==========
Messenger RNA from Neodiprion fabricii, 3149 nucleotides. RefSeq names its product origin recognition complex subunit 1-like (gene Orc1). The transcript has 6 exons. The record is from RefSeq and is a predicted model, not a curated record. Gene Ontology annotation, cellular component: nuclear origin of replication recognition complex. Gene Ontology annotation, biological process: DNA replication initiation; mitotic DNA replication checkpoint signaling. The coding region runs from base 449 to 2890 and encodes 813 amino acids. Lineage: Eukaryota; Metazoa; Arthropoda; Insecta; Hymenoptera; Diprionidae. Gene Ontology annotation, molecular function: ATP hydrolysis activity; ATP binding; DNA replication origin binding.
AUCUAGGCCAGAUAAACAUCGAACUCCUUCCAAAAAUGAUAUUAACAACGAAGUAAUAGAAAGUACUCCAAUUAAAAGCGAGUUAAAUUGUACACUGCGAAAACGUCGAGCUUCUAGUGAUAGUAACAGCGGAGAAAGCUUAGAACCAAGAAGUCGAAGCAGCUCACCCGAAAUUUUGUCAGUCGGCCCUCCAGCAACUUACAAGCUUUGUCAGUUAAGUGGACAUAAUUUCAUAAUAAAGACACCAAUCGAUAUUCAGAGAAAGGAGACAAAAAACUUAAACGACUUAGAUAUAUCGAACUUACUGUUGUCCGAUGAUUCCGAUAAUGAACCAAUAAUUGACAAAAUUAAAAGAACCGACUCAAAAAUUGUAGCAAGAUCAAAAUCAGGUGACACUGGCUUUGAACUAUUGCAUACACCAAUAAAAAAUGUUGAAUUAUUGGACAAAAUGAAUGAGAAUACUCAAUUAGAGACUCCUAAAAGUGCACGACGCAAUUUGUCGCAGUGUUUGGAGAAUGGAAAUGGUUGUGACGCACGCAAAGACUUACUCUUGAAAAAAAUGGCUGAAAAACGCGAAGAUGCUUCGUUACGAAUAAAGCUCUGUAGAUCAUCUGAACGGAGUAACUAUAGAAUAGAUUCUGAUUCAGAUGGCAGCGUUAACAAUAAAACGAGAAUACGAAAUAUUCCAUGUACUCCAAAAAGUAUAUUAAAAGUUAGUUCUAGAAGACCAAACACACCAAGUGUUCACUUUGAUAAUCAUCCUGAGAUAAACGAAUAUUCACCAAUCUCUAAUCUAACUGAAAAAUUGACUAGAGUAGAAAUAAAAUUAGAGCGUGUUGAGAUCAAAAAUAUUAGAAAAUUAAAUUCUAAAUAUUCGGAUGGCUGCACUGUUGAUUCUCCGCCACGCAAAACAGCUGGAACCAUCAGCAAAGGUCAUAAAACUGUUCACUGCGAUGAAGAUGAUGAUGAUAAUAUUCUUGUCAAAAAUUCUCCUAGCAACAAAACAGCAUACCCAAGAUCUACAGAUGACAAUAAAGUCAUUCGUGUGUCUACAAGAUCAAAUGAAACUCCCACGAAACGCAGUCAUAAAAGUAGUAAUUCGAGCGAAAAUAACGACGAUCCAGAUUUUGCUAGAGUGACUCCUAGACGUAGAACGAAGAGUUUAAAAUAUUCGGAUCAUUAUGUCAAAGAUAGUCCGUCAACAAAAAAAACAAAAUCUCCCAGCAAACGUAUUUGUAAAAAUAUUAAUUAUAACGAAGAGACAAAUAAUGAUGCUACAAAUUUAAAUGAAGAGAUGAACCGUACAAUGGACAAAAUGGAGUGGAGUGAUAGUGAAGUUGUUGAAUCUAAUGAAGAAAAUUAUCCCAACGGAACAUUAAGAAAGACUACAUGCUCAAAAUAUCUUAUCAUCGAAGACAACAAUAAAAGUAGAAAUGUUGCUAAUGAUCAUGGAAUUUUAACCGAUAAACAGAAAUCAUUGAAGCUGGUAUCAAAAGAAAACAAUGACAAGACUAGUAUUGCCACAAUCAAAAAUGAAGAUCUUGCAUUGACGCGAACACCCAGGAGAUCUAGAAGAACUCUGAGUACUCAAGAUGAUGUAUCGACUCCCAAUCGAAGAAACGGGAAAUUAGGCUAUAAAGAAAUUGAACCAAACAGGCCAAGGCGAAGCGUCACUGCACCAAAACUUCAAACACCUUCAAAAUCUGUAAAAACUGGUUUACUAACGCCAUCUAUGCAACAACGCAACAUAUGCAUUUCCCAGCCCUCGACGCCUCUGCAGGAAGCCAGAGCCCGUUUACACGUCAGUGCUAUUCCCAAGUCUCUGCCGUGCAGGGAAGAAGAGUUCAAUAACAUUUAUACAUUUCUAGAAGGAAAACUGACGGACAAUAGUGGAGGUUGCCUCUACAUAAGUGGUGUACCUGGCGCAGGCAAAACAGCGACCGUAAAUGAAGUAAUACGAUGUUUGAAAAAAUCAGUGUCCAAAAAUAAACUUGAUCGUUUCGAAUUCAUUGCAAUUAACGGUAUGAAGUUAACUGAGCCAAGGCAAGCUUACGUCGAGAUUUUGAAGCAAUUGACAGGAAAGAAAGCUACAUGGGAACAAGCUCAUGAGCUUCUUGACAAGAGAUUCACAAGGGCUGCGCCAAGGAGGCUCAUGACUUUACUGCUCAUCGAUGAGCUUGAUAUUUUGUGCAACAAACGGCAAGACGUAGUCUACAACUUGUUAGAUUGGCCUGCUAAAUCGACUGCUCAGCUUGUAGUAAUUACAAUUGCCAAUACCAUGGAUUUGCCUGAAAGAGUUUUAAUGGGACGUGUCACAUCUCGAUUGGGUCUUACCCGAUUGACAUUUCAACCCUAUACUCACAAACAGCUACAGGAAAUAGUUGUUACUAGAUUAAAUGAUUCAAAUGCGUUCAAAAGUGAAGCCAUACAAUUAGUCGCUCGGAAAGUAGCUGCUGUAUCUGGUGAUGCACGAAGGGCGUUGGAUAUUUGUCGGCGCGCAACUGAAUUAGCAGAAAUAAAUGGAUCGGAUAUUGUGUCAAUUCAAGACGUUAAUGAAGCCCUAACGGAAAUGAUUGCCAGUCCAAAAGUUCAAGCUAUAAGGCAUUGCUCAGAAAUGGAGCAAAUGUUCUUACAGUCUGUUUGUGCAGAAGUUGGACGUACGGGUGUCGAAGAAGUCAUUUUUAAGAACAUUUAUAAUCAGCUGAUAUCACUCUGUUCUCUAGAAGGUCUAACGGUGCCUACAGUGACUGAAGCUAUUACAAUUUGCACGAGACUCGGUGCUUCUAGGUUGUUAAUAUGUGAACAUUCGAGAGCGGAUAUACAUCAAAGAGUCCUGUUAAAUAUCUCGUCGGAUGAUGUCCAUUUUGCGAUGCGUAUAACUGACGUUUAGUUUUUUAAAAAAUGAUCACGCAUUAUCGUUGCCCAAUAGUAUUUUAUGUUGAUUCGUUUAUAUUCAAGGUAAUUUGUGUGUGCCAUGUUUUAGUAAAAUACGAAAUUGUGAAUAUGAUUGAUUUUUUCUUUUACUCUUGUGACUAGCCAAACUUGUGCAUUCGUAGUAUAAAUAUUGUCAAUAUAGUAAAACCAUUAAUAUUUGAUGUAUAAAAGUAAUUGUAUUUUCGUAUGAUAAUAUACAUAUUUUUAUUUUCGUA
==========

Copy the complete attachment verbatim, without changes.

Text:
Messenger RNA from Neodiprion fabricii, 3149 nucleotides. RefSeq names its product origin recognition complex subunit 1-like (gene Orc1). The transcript has 6 exons. The record is from RefSeq and is a predicted model, not a curated record. Gene Ontology annotation, cellular component: nuclear origin of replication recognition complex. Gene Ontology annotation, biological process: DNA replication initiation; mitotic DNA replication checkpoint signaling. The coding region runs from base 449 to 2890 and encodes 813 amino acids. Lineage: Eukaryota; Metazoa; Arthropoda; Insecta; Hymenoptera; Diprionidae. Gene Ontology annotation, molecular function: ATP hydrolysis activity; ATP binding; DNA replication origin binding.
AUCUAGGCCAGAUAAACAUCGAACUCCUUCCAAAAAUGAUAUUAACAACGAAGUAAUAGAAAGUACUCCAAUUAAAAGCGAGUUAAAUUGUACACUGCGAAAACGUCGAGCUUCUAGUGAUAGUAACAGCGGAGAAAGCUUAGAACCAAGAAGUCGAAGCAGCUCACCCGAAAUUUUGUCAGUCGGCCCUCCAGCAACUUACAAGCUUUGUCAGUUAAGUGGACAUAAUUUCAUAAUAAAGACACCAAUCGAUAUUCAGAGAAAGGAGACAAAAAACUUAAACGACUUAGAUAUAUCGAACUUACUGUUGUCCGAUGAUUCCGAUAAUGAACCAAUAAUUGACAAAAUUAAAAGAACCGACUCAAAAAUUGUAGCAAGAUCAAAAUCAGGUGACACUGGCUUUGAACUAUUGCAUACACCAAUAAAAAAUGUUGAAUUAUUGGACAAAAUGAAUGAGAAUACUCAAUUAGAGACUCCUAAAAGUGCACGACGCAAUUUGUCGCAGUGUUUGGAGAAUGGAAAUGGUUGUGACGCACGCAAAGACUUACUCUUGAAAAAAAUGGCUGAAAAACGCGAAGAUGCUUCGUUACGAAUAAAGCUCUGUAGAUCAUCUGAACGGAGUAACUAUAGAAUAGAUUCUGAUUCAGAUGGCAGCGUUAACAAUAAAACGAGAAUACGAAAUAUUCCAUGUACUCCAAAAAGUAUAUUAAAAGUUAGUUCUAGAAGACCAAACACACCAAGUGUUCACUUUGAUAAUCAUCCUGAGAUAAACGAAUAUUCACCAAUCUCUAAUCUAACUGAAAAAUUGACUAGAGUAGAAAUAAAAUUAGAGCGUGUUGAGAUCAAAAAUAUUAGAAAAUUAAAUUCUAAAUAUUCGGAUGGCUGCACUGUUGAUUCUCCGCCACGCAAAACAGCUGGAACCAUCAGCAAAGGUCAUAAAACUGUUCACUGCGAUGAAGAUGAUGAUGAUAAUAUUCUUGUCAAAAAUUCUCCUAGCAACAAAACAGCAUACCCAAGAUCUACAGAUGACAAUAAAGUCAUUCGUGUGUCUACAAGAUCAAAUGAAACUCCCACGAAACGCAGUCAUAAAAGUAGUAAUUCGAGCGAAAAUAACGACGAUCCAGAUUUUGCUAGAGUGACUCCUAGACGUAGAACGAAGAGUUUAAAAUAUUCGGAUCAUUAUGUCAAAGAUAGUCCGUCAACAAAAAAAACAAAAUCUCCCAGCAAACGUAUUUGUAAAAAUAUUAAUUAUAACGAAGAGACAAAUAAUGAUGCUACAAAUUUAAAUGAAGAGAUGAACCGUACAAUGGACAAAAUGGAGUGGAGUGAUAGUGAAGUUGUUGAAUCUAAUGAAGAAAAUUAUCCCAACGGAACAUUAAGAAAGACUACAUGCUCAAAAUAUCUUAUCAUCGAAGACAACAAUAAAAGUAGAAAUGUUGCUAAUGAUCAUGGAAUUUUAACCGAUAAACAGAAAUCAUUGAAGCUGGUAUCAAAAGAAAACAAUGACAAGACUAGUAUUGCCACAAUCAAAAAUGAAGAUCUUGCAUUGACGCGAACACCCAGGAGAUCUAGAAGAACUCUGAGUACUCAAGAUGAUGUAUCGACUCCCAAUCGAAGAAACGGGAAAUUAGGCUAUAAAGAAAUUGAACCAAACAGGCCAAGGCGAAGCGUCACUGCACCAAAACUUCAAACACCUUCAAAAUCUGUAAAAACUGGUUUACUAACGCCAUCUAUGCAACAACGCAACAUAUGCAUUUCCCAGCCCUCGACGCCUCUGCAGGAAGCCAGAGCCCGUUUACACGUCAGUGCUAUUCCCAAGUCUCUGCCGUGCAGGGAAGAAGAGUUCAAUAACAUUUAUACAUUUCUAGAAGGAAAACUGACGGACAAUAGUGGAGGUUGCCUCUACAUAAGUGGUGUACCUGGCGCAGGCAAAACAGCGACCGUAAAUGAAGUAAUACGAUGUUUGAAAAAAUCAGUGUCCAAAAAUAAACUUGAUCGUUUCGAAUUCAUUGCAAUUAACGGUAUGAAGUUAACUGAGCCAAGGCAAGCUUACGUCGAGAUUUUGAAGCAAUUGACAGGAAAGAAAGCUACAUGGGAACAAGCUCAUGAGCUUCUUGACAAGAGAUUCACAAGGGCUGCGCCAAGGAGGCUCAUGACUUUACUGCUCAUCGAUGAGCUUGAUAUUUUGUGCAACAAACGGCAAGACGUAGUCUACAACUUGUUAGAUUGGCCUGCUAAAUCGACUGCUCAGCUUGUAGUAAUUACAAUUGCCAAUACCAUGGAUUUGCCUGAAAGAGUUUUAAUGGGACGUGUCACAUCUCGAUUGGGUCUUACCCGAUUGACAUUUCAACCCUAUACUCACAAACAGCUACAGGAAAUAGUUGUUACUAGAUUAAAUGAUUCAAAUGCGUUCAAAAGUGAAGCCAUACAAUUAGUCGCUCGGAAAGUAGCUGCUGUAUCUGGUGAUGCACGAAGGGCGUUGGAUAUUUGUCGGCGCGCAACUGAAUUAGCAGAAAUAAAUGGAUCGGAUAUUGUGUCAAUUCAAGACGUUAAUGAAGCCCUAACGGAAAUGAUUGCCAGUCCAAAAGUUCAAGCUAUAAGGCAUUGCUCAGAAAUGGAGCAAAUGUUCUUACAGUCUGUUUGUGCAGAAGUUGGACGUACGGGUGUCGAAGAAGUCAUUUUUAAGAACAUUUAUAAUCAGCUGAUAUCACUCUGUUCUCUAGAAGGUCUAACGGUGCCUACAGUGACUGAAGCUAUUACAAUUUGCACGAGACUCGGUGCUUCUAGGUUGUUAAUAUGUGAACAUUCGAGAGCGGAUAUACAUCAAAGAGUCCUGUUAAAUAUCUCGUCGGAUGAUGUCCAUUUUGCGAUGCGUAUAACUGACGUUUAGUUUUUUAAAAAAUGAUCACGCAUUAUCGUUGCCCAAUAGUAUUUUAUGUUGAUUCGUUUAUAUUCAAGGUAAUUUGUGUGUGCCAUGUUUUAGUAAAAUACGAAAUUGUGAAUAUGAUUGAUUUUUUCUUUUACUCUUGUGACUAGCCAAACUUGUGCAUUCGUAGUAUAAAUAUUGUCAAUAUAGUAAAACCAUUAAUAUUUGAUGUAUAAAAGUAAUUGUAUUUUCGUAUGAUAAUAUACAUAUUUUUAUUUUCGUA